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Word of the Week: Degenerative

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Each week, Verywell explains a term from health, medicine, science, or technology.

Degenerative

How to say it: Degenerative (dee-jen-er-ah-tiv)

What it meansRelating to or causing degeneration (loss, decline, or deterioration)

Where it comes from: The term degenerative comes from the word degenerate. In Latin, the word degeneratus meant "to be inferior to one's ancestors."

A photo of a brain scan on a computer screen.

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Where you might see or hear it: Some medical conditions are considered to be “degenerative” because they cause a loss or breakdown of parts of the body. When this happens, a person might not be able to do the things that they normally do, such as waking or talking with ease.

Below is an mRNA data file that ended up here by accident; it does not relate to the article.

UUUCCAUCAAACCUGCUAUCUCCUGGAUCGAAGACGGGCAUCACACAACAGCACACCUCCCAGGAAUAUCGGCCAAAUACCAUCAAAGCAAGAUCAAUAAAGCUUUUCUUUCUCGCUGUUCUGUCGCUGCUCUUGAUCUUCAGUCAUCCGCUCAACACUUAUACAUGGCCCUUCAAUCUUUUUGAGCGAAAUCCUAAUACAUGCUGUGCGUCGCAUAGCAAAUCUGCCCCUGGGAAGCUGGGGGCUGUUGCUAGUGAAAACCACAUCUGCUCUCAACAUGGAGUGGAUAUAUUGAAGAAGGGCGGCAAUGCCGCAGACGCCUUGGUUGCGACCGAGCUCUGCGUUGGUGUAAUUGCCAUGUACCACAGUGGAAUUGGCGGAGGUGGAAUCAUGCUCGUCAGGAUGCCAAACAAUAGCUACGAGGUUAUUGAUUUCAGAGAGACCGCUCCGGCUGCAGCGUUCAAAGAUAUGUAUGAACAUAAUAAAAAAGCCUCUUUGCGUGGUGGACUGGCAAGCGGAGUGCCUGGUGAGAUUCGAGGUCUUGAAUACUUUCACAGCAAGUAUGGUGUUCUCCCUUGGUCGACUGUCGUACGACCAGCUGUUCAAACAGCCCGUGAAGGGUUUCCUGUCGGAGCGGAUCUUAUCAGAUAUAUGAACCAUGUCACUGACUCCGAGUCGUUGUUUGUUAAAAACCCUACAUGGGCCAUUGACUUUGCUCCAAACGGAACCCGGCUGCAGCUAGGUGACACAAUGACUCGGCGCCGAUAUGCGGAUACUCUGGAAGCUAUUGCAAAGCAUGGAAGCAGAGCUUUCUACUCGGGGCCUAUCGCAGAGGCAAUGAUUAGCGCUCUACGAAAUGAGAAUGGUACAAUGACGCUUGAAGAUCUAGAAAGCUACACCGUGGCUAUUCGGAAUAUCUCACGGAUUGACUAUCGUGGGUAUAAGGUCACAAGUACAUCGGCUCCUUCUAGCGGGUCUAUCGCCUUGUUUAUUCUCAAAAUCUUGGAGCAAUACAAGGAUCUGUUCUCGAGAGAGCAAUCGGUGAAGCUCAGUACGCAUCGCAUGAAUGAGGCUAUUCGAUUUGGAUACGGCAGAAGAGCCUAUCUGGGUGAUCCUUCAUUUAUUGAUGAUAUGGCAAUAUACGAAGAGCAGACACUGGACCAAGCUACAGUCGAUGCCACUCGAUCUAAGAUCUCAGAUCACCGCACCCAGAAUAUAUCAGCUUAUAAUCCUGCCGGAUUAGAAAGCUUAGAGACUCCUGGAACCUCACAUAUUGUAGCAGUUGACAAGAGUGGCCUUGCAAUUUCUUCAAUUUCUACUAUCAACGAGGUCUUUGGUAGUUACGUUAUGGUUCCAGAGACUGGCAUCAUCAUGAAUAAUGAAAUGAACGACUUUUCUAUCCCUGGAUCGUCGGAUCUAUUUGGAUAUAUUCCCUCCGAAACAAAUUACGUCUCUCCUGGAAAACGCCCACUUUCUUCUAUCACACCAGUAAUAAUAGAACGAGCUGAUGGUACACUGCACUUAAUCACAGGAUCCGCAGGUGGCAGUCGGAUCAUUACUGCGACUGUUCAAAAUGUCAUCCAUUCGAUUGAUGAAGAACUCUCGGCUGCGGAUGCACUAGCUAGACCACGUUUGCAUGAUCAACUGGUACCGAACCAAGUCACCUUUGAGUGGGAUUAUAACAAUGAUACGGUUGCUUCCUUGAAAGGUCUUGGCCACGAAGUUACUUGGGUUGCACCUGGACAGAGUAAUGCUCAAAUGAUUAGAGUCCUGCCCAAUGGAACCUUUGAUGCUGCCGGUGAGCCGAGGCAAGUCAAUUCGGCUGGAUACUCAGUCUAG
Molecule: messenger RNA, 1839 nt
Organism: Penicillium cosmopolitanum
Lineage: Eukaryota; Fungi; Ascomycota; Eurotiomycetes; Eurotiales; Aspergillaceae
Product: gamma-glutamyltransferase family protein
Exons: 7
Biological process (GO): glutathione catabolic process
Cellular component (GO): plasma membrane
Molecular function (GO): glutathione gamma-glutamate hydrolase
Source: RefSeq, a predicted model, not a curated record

For example, if you have progressive multiple sclerosis, your doctor will probably explain that it is a degenerative condition. As nerves become damaged, you might start to find it more difficult to do the things that are a typical part of your day, like getting dressed, cooking meals, or even speaking.

When you might want to use itIf you find out that you have a degenerative condition, you will want to talk to your loved ones about how it might change your life. You can explain that the word “degenerative” means that as the condition changes or damages your body, you might not be able to do certain things as well as you did before. You might need extra help with tasks (like grocery shopping or cleaning) or you might have to stop doing certain things (like driving).

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